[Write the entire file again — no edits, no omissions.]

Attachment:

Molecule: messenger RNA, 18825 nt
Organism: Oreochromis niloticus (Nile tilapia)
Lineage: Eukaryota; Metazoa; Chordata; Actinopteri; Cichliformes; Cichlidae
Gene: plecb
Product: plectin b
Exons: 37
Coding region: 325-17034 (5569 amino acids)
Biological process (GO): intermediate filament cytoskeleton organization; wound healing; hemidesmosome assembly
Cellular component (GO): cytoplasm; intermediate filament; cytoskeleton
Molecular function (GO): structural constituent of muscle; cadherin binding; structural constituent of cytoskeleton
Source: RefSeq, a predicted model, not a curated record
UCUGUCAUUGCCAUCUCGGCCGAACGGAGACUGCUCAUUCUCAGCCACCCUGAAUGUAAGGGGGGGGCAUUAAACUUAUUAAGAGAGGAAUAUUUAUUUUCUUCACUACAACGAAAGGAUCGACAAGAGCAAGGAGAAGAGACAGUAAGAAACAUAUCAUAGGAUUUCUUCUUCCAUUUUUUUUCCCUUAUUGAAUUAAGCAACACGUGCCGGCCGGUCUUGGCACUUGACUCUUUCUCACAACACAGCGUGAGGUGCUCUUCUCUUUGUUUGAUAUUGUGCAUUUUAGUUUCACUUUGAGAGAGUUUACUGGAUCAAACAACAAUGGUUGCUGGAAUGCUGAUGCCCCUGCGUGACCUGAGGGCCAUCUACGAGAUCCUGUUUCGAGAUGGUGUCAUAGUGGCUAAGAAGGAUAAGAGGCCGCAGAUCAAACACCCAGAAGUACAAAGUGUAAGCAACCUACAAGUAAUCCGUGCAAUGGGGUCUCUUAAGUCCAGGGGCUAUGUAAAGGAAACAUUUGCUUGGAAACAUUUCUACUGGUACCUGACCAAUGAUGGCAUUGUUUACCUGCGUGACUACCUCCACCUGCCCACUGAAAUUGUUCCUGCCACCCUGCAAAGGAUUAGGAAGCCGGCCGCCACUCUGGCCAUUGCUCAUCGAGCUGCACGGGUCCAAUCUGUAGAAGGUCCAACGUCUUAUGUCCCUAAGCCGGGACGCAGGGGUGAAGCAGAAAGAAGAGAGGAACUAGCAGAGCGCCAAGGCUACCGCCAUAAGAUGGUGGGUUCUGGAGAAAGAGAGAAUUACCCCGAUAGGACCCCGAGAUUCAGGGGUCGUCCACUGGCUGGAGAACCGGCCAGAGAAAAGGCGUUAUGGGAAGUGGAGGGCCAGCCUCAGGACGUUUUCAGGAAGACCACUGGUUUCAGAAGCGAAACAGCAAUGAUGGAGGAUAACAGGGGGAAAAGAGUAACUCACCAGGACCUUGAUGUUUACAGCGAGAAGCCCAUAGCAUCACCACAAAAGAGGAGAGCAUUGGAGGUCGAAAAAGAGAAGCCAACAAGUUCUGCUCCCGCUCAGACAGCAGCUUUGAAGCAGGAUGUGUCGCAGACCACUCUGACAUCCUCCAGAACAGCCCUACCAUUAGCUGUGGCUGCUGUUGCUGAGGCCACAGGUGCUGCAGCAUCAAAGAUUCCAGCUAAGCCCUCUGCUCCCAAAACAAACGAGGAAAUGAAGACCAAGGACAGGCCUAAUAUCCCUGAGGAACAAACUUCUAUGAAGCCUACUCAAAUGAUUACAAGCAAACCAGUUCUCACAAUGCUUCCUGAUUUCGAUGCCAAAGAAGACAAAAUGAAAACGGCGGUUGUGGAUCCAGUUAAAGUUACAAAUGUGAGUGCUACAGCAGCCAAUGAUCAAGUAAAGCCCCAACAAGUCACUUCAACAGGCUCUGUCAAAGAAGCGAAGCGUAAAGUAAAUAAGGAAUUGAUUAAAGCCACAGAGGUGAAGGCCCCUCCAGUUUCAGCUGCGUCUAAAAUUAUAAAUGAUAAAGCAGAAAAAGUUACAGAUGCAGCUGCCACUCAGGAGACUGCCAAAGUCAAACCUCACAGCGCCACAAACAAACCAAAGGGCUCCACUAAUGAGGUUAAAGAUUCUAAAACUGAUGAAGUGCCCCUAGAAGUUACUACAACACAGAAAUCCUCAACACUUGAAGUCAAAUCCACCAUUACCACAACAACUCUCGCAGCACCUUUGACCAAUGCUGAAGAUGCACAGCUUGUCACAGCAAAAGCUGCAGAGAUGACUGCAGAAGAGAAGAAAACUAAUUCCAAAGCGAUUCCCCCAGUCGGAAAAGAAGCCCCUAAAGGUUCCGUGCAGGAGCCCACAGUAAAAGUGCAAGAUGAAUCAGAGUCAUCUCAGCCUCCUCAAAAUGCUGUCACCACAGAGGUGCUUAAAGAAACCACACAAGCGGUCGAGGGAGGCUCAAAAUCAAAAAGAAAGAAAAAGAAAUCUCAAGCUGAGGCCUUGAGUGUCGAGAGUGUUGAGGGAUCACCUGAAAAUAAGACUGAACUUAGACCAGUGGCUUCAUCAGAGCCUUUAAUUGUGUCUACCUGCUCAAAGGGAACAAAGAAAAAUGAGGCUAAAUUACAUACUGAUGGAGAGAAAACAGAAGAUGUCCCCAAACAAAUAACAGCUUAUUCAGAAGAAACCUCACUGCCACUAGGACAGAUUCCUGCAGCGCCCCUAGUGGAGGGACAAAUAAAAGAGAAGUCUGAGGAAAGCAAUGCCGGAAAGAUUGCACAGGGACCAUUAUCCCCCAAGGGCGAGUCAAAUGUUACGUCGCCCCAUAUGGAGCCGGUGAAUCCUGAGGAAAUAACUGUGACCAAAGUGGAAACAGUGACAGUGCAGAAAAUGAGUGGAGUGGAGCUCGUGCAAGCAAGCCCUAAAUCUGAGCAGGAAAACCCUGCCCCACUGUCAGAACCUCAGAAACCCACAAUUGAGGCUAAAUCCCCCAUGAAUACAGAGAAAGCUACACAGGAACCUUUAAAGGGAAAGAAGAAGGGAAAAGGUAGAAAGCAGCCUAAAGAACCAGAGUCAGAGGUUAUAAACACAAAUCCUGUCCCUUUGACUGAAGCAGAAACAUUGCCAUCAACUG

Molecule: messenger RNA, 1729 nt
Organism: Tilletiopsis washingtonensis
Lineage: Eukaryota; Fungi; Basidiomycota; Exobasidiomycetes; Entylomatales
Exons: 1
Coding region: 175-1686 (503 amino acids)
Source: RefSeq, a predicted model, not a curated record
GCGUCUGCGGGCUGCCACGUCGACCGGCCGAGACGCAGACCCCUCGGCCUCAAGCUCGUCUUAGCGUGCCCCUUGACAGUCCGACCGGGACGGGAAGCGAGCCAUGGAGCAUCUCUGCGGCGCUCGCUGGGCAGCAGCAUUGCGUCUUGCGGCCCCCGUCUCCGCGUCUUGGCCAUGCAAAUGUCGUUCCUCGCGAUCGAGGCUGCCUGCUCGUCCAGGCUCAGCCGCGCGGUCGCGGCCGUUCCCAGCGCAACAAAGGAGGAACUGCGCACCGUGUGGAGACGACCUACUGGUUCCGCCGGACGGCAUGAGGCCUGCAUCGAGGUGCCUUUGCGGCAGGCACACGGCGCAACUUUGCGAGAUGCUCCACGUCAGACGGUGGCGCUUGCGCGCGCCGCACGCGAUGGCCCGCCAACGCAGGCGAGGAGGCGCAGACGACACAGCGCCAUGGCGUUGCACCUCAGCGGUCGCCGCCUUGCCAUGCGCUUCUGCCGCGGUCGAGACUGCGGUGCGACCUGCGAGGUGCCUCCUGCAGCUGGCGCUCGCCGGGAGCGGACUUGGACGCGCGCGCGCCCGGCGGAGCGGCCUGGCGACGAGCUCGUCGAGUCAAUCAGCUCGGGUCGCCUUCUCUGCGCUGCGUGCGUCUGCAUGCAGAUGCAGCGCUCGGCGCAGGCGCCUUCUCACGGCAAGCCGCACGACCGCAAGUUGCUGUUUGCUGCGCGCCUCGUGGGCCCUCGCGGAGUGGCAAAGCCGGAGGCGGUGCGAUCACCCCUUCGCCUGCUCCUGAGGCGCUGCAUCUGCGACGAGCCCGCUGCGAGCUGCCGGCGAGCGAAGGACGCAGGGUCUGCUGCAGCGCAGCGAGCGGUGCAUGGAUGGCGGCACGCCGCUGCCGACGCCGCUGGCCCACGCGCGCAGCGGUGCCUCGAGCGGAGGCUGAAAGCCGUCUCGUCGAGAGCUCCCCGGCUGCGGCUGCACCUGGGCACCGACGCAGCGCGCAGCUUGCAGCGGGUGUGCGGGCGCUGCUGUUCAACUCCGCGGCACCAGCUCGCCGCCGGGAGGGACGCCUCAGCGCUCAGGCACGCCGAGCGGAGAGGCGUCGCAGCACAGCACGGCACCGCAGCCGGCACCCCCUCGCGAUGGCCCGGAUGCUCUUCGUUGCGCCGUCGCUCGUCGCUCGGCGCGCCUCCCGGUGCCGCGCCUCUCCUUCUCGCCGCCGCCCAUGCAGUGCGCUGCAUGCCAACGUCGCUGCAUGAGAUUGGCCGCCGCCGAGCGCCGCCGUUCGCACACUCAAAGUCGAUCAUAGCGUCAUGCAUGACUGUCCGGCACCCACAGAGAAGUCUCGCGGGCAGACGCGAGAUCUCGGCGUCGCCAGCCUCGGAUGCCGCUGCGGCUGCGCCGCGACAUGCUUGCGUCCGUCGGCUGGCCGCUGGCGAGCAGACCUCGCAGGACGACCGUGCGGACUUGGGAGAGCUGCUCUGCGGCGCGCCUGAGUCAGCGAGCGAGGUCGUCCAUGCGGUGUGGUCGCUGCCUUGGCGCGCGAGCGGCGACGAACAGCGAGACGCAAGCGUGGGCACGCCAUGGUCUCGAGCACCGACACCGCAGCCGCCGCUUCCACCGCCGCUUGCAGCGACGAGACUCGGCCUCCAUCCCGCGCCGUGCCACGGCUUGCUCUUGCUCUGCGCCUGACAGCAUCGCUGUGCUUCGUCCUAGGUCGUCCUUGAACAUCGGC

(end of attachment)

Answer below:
Molecule: messenger RNA, 18825 nt
Organism: Oreochromis niloticus (Nile tilapia)
Lineage: Eukaryota; Metazoa; Chordata; Actinopteri; Cichliformes; Cichlidae
Gene: plecb
Product: plectin b
Exons: 37
Coding region: 325-17034 (5569 amino acids)
Biological process (GO): intermediate filament cytoskeleton organization; wound healing; hemidesmosome assembly
Cellular component (GO): cytoplasm; intermediate filament; cytoskeleton
Molecular function (GO): structural constituent of muscle; cadherin binding; structural constituent of cytoskeleton
Source: RefSeq, a predicted model, not a curated record
UCUGUCAUUGCCAUCUCGGCCGAACGGAGACUGCUCAUUCUCAGCCACCCUGAAUGUAAGGGGGGGGCAUUAAACUUAUUAAGAGAGGAAUAUUUAUUUUCUUCACUACAACGAAAGGAUCGACAAGAGCAAGGAGAAGAGACAGUAAGAAACAUAUCAUAGGAUUUCUUCUUCCAUUUUUUUUCCCUUAUUGAAUUAAGCAACACGUGCCGGCCGGUCUUGGCACUUGACUCUUUCUCACAACACAGCGUGAGGUGCUCUUCUCUUUGUUUGAUAUUGUGCAUUUUAGUUUCACUUUGAGAGAGUUUACUGGAUCAAACAACAAUGGUUGCUGGAAUGCUGAUGCCCCUGCGUGACCUGAGGGCCAUCUACGAGAUCCUGUUUCGAGAUGGUGUCAUAGUGGCUAAGAAGGAUAAGAGGCCGCAGAUCAAACACCCAGAAGUACAAAGUGUAAGCAACCUACAAGUAAUCCGUGCAAUGGGGUCUCUUAAGUCCAGGGGCUAUGUAAAGGAAACAUUUGCUUGGAAACAUUUCUACUGGUACCUGACCAAUGAUGGCAUUGUUUACCUGCGUGACUACCUCCACCUGCCCACUGAAAUUGUUCCUGCCACCCUGCAAAGGAUUAGGAAGCCGGCCGCCACUCUGGCCAUUGCUCAUCGAGCUGCACGGGUCCAAUCUGUAGAAGGUCCAACGUCUUAUGUCCCUAAGCCGGGACGCAGGGGUGAAGCAGAAAGAAGAGAGGAACUAGCAGAGCGCCAAGGCUACCGCCAUAAGAUGGUGGGUUCUGGAGAAAGAGAGAAUUACCCCGAUAGGACCCCGAGAUUCAGGGGUCGUCCACUGGCUGGAGAACCGGCCAGAGAAAAGGCGUUAUGGGAAGUGGAGGGCCAGCCUCAGGACGUUUUCAGGAAGACCACUGGUUUCAGAAGCGAAACAGCAAUGAUGGAGGAUAACAGGGGGAAAAGAGUAACUCACCAGGACCUUGAUGUUUACAGCGAGAAGCCCAUAGCAUCACCACAAAAGAGGAGAGCAUUGGAGGUCGAAAAAGAGAAGCCAACAAGUUCUGCUCCCGCUCAGACAGCAGCUUUGAAGCAGGAUGUGUCGCAGACCACUCUGACAUCCUCCAGAACAGCCCUACCAUUAGCUGUGGCUGCUGUUGCUGAGGCCACAGGUGCUGCAGCAUCAAAGAUUCCAGCUAAGCCCUCUGCUCCCAAAACAAACGAGGAAAUGAAGACCAAGGACAGGCCUAAUAUCCCUGAGGAACAAACUUCUAUGAAGCCUACUCAAAUGAUUACAAGCAAACCAGUUCUCACAAUGCUUCCUGAUUUCGAUGCCAAAGAAGACAAAAUGAAAACGGCGGUUGUGGAUCCAGUUAAAGUUACAAAUGUGAGUGCUACAGCAGCCAAUGAUCAAGUAAAGCCCCAACAAGUCACUUCAACAGGCUCUGUCAAAGAAGCGAAGCGUAAAGUAAAUAAGGAAUUGAUUAAAGCCACAGAGGUGAAGGCCCCUCCAGUUUCAGCUGCGUCUAAAAUUAUAAAUGAUAAAGCAGAAAAAGUUACAGAUGCAGCUGCCACUCAGGAGACUGCCAAAGUCAAACCUCACAGCGCCACAAACAAACCAAAGGGCUCCACUAAUGAGGUUAAAGAUUCUAAAACUGAUGAAGUGCCCCUAGAAGUUACUACAACACAGAAAUCCUCAACACUUGAAGUCAAAUCCACCAUUACCACAACAACUCUCGCAGCACCUUUGACCAAUGCUGAAGAUGCACAGCUUGUCACAGCAAAAGCUGCAGAGAUGACUGCAGAAGAGAAGAAAACUAAUUCCAAAGCGAUUCCCCCAGUCGGAAAAGAAGCCCCUAAAGGUUCCGUGCAGGAGCCCACAGUAAAAGUGCAAGAUGAAUCAGAGUCAUCUCAGCCUCCUCAAAAUGCUGUCACCACAGAGGUGCUUAAAGAAACCACACAAGCGGUCGAGGGAGGCUCAAAAUCAAAAAGAAAGAAAAAGAAAUCUCAAGCUGAGGCCUUGAGUGUCGAGAGUGUUGAGGGAUCACCUGAAAAUAAGACUGAACUUAGACCAGUGGCUUCAUCAGAGCCUUUAAUUGUGUCUACCUGCUCAAAGGGAACAAAGAAAAAUGAGGCUAAAUUACAUACUGAUGGAGAGAAAACAGAAGAUGUCCCCAAACAAAUAACAGCUUAUUCAGAAGAAACCUCACUGCCACUAGGACAGAUUCCUGCAGCGCCCCUAGUGGAGGGACAAAUAAAAGAGAAGUCUGAGGAAAGCAAUGCCGGAAAGAUUGCACAGGGACCAUUAUCCCCCAAGGGCGAGUCAAAUGUUACGUCGCCCCAUAUGGAGCCGGUGAAUCCUGAGGAAAUAACUGUGACCAAAGUGGAAACAGUGACAGUGCAGAAAAUGAGUGGAGUGGAGCUCGUGCAAGCAAGCCCUAAAUCUGAGCAGGAAAACCCUGCCCCACUGUCAGAACCUCAGAAACCCACAAUUGAGGCUAAAUCCCCCAUGAAUACAGAGAAAGCUACACAGGAACCUUUAAAGGGAAAGAAGAAGGGAAAAGGUAGAAAGCAGCCUAAAGAACCAGAGUCAGAGGUUAUAAACACAAAUCCUGUCCCUUUGACUGAAGCAGAAACAUUGCCAUCAACUG

Molecule: messenger RNA, 1729 nt
Organism: Tilletiopsis washingtonensis
Lineage: Eukaryota; Fungi; Basidiomycota; Exobasidiomycetes; Entylomatales
Exons: 1
Coding region: 175-1686 (503 amino acids)
Source: RefSeq, a predicted model, not a curated record
GCGUCUGCGGGCUGCCACGUCGACCGGCCGAGACGCAGACCCCUCGGCCUCAAGCUCGUCUUAGCGUGCCCCUUGACAGUCCGACCGGGACGGGAAGCGAGCCAUGGAGCAUCUCUGCGGCGCUCGCUGGGCAGCAGCAUUGCGUCUUGCGGCCCCCGUCUCCGCGUCUUGGCCAUGCAAAUGUCGUUCCUCGCGAUCGAGGCUGCCUGCUCGUCCAGGCUCAGCCGCGCGGUCGCGGCCGUUCCCAGCGCAACAAAGGAGGAACUGCGCACCGUGUGGAGACGACCUACUGGUUCCGCCGGACGGCAUGAGGCCUGCAUCGAGGUGCCUUUGCGGCAGGCACACGGCGCAACUUUGCGAGAUGCUCCACGUCAGACGGUGGCGCUUGCGCGCGCCGCACGCGAUGGCCCGCCAACGCAGGCGAGGAGGCGCAGACGACACAGCGCCAUGGCGUUGCACCUCAGCGGUCGCCGCCUUGCCAUGCGCUUCUGCCGCGGUCGAGACUGCGGUGCGACCUGCGAGGUGCCUCCUGCAGCUGGCGCUCGCCGGGAGCGGACUUGGACGCGCGCGCGCCCGGCGGAGCGGCCUGGCGACGAGCUCGUCGAGUCAAUCAGCUCGGGUCGCCUUCUCUGCGCUGCGUGCGUCUGCAUGCAGAUGCAGCGCUCGGCGCAGGCGCCUUCUCACGGCAAGCCGCACGACCGCAAGUUGCUGUUUGCUGCGCGCCUCGUGGGCCCUCGCGGAGUGGCAAAGCCGGAGGCGGUGCGAUCACCCCUUCGCCUGCUCCUGAGGCGCUGCAUCUGCGACGAGCCCGCUGCGAGCUGCCGGCGAGCGAAGGACGCAGGGUCUGCUGCAGCGCAGCGAGCGGUGCAUGGAUGGCGGCACGCCGCUGCCGACGCCGCUGGCCCACGCGCGCAGCGGUGCCUCGAGCGGAGGCUGAAAGCCGUCUCGUCGAGAGCUCCCCGGCUGCGGCUGCACCUGGGCACCGACGCAGCGCGCAGCUUGCAGCGGGUGUGCGGGCGCUGCUGUUCAACUCCGCGGCACCAGCUCGCCGCCGGGAGGGACGCCUCAGCGCUCAGGCACGCCGAGCGGAGAGGCGUCGCAGCACAGCACGGCACCGCAGCCGGCACCCCCUCGCGAUGGCCCGGAUGCUCUUCGUUGCGCCGUCGCUCGUCGCUCGGCGCGCCUCCCGGUGCCGCGCCUCUCCUUCUCGCCGCCGCCCAUGCAGUGCGCUGCAUGCCAACGUCGCUGCAUGAGAUUGGCCGCCGCCGAGCGCCGCCGUUCGCACACUCAAAGUCGAUCAUAGCGUCAUGCAUGACUGUCCGGCACCCACAGAGAAGUCUCGCGGGCAGACGCGAGAUCUCGGCGUCGCCAGCCUCGGAUGCCGCUGCGGCUGCGCCGCGACAUGCUUGCGUCCGUCGGCUGGCCGCUGGCGAGCAGACCUCGCAGGACGACCGUGCGGACUUGGGAGAGCUGCUCUGCGGCGCGCCUGAGUCAGCGAGCGAGGUCGUCCAUGCGGUGUGGUCGCUGCCUUGGCGCGCGAGCGGCGACGAACAGCGAGACGCAAGCGUGGGCACGCCAUGGUCUCGAGCACCGACACCGCAGCCGCCGCUUCCACCGCCGCUUGCAGCGACGAGACUCGGCCUCCAUCCCGCGCCGUGCCACGGCUUGCUCUUGCUCUGCGCCUGACAGCAUCGCUGUGCUUCGUCCUAGGUCGUCCUUGAACAUCGGC